A creepy day trip from Aurangabad you can pair with the Ellora Caves.
It’s easy to imagine this city as cursed — and as something that sprang from the demented but brilliant mind of George R.R. Martin, the man behind Game of Thrones.
In 1327, Mohammed bin Tughlaq (sultan from 1325 to 1351) marched the entire population of Delhi to the more central Deogiri, making it the new capital and renaming it Daulatabad, the City of Fortune.
The people of Delhi protested, but nobody was allowed to stay — not even a cat or dog. According to Ibn Batuta, a medieval Berber Muslim traveler and scholar, “A search was made and a blind man and a cripple man were found. The cripple man was put to death while the blind man was tied with the tail of horse and was dragged to Daulatabad where only his one leg reached.”
The journey covered about 775 miles, and many people died along the way in the brutal heat.
Daulatabad should perhaps have been named the City of Misfortune, for it was abandoned after two years due to lack of water.
After exploring the Ellora Caves, our driver took us on to the fort. He dropped us off in a crowded dirt parking lot that sat outside the medieval fortified walls of the Daulatabad Fort.
We entered the outer defenses through a pair of huge wooden doors covered with iron spikes into a walled courtyard, where several cannons sat within.
The Moon Tower
The Chand Minar, or Moon Tower, was built in 1435 as a symbol of victory by Sultan Alauddin to mark the conquest of the fort and is the second tallest tower in India after Delhi's Qutb Minar. However, it is also likely that it served as a minaret from which the Muslim call to prayer was made.
We continued uphill, passing a scattering of langur monkeys and through another gate, which led to the inner area of the citadel.
The Chinese Palace
Chini Mahal, or the Chinese Place, is so named because of the blue and white Chinese-style tiling that is still visible on parts of the building.
It was here that the last king of Golconda, Abdul Hasan Tana Shah was imprisoned in 1687 by the Mughal emperor Aurangzeb for 13 years until his death.
The ornately decorated Mendha canon sits atop an elevated stone pedestal. There’s an intricately carved ram’s head at one end. Its rotation is wisely limited to 180 degrees — so opponents couldn't turn it to fire back towards the fort!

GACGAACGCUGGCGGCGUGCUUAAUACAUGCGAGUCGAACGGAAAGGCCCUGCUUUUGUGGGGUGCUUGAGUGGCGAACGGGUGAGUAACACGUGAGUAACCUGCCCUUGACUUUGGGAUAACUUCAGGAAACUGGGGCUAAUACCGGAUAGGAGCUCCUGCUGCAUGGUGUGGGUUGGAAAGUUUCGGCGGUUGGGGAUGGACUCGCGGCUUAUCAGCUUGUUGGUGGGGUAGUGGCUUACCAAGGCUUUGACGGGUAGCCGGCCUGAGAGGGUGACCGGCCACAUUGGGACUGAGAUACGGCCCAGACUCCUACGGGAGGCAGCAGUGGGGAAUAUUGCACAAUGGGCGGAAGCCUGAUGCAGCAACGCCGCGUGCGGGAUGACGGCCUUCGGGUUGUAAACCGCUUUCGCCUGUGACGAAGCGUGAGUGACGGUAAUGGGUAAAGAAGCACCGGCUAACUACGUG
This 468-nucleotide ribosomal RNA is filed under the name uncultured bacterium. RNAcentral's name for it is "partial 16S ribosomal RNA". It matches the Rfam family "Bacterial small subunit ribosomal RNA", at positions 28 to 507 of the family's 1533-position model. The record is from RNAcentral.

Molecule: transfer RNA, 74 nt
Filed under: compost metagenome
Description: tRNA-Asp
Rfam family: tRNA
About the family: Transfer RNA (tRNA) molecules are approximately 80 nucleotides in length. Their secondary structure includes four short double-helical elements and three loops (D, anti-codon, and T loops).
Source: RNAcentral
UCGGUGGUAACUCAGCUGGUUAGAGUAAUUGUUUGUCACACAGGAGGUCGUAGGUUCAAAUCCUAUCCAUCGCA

Moat and Bat Cave
We crossed the rock-cut moat, which was rumored to have once been filled with crocodiles, and passed into the Andheri, a pitch-black rock-cut subterranean tunnel.
Be sure you bring a flashlight, as you’ll be groping in the dark down a tunnel otherwise.
We entered through the top of the cave and saw daylight at the bottom. But first we had to pass through a somewhat large chamber.
I whispered to Wally, “I think there are bats in here.”
You could just make out darker forms swooping across the top of the cave.
I made a dash for it, but Wally was still trying to get his nerve up. Finally, he, too, darted through, sure he’d end up with bats clawing at his hair and face.
Luckily, we emerged unscathed. And sure enough, when we reached the outside and turned to look back, we saw the entire chamber was filled with roosting bats.
We decided to return to our driver and not continue the trek to the summit, where the former palace was located.
The Baby Taj Mahal
Our next and final stop on the day’s adventure, before returning to our hotel in Aurangabad, was the Bibi ka Maqbara, the Lady’s Tomb.
With the Deccan Mountains as its backdrop, the funerary palace was erected by Prince Azam Shah, the eldest son of Emperor Aurangzeb to honor his mother, Rubia-ul-Daurani.
The original plans were intended to rival the Taj Mahal, but Aurangzeb would not fully fund it. It’s believed that he blocked the transport of marble from various parts of the Mughal Empire that were intended for the tomb. Therefore, the structure is not completely made of marble — only the onion dome is. Instead, sandstone was covered in finely polished limestone plaster and used to complete the mausoleum, giving the tomb a faded and theatrical charm.
Perhaps because its name starts with "Bibi," people affectionately call this the Baby Taj Mahal, and we were glad to see it — especially since we (horror upon horrors!) decided to skip the real deal.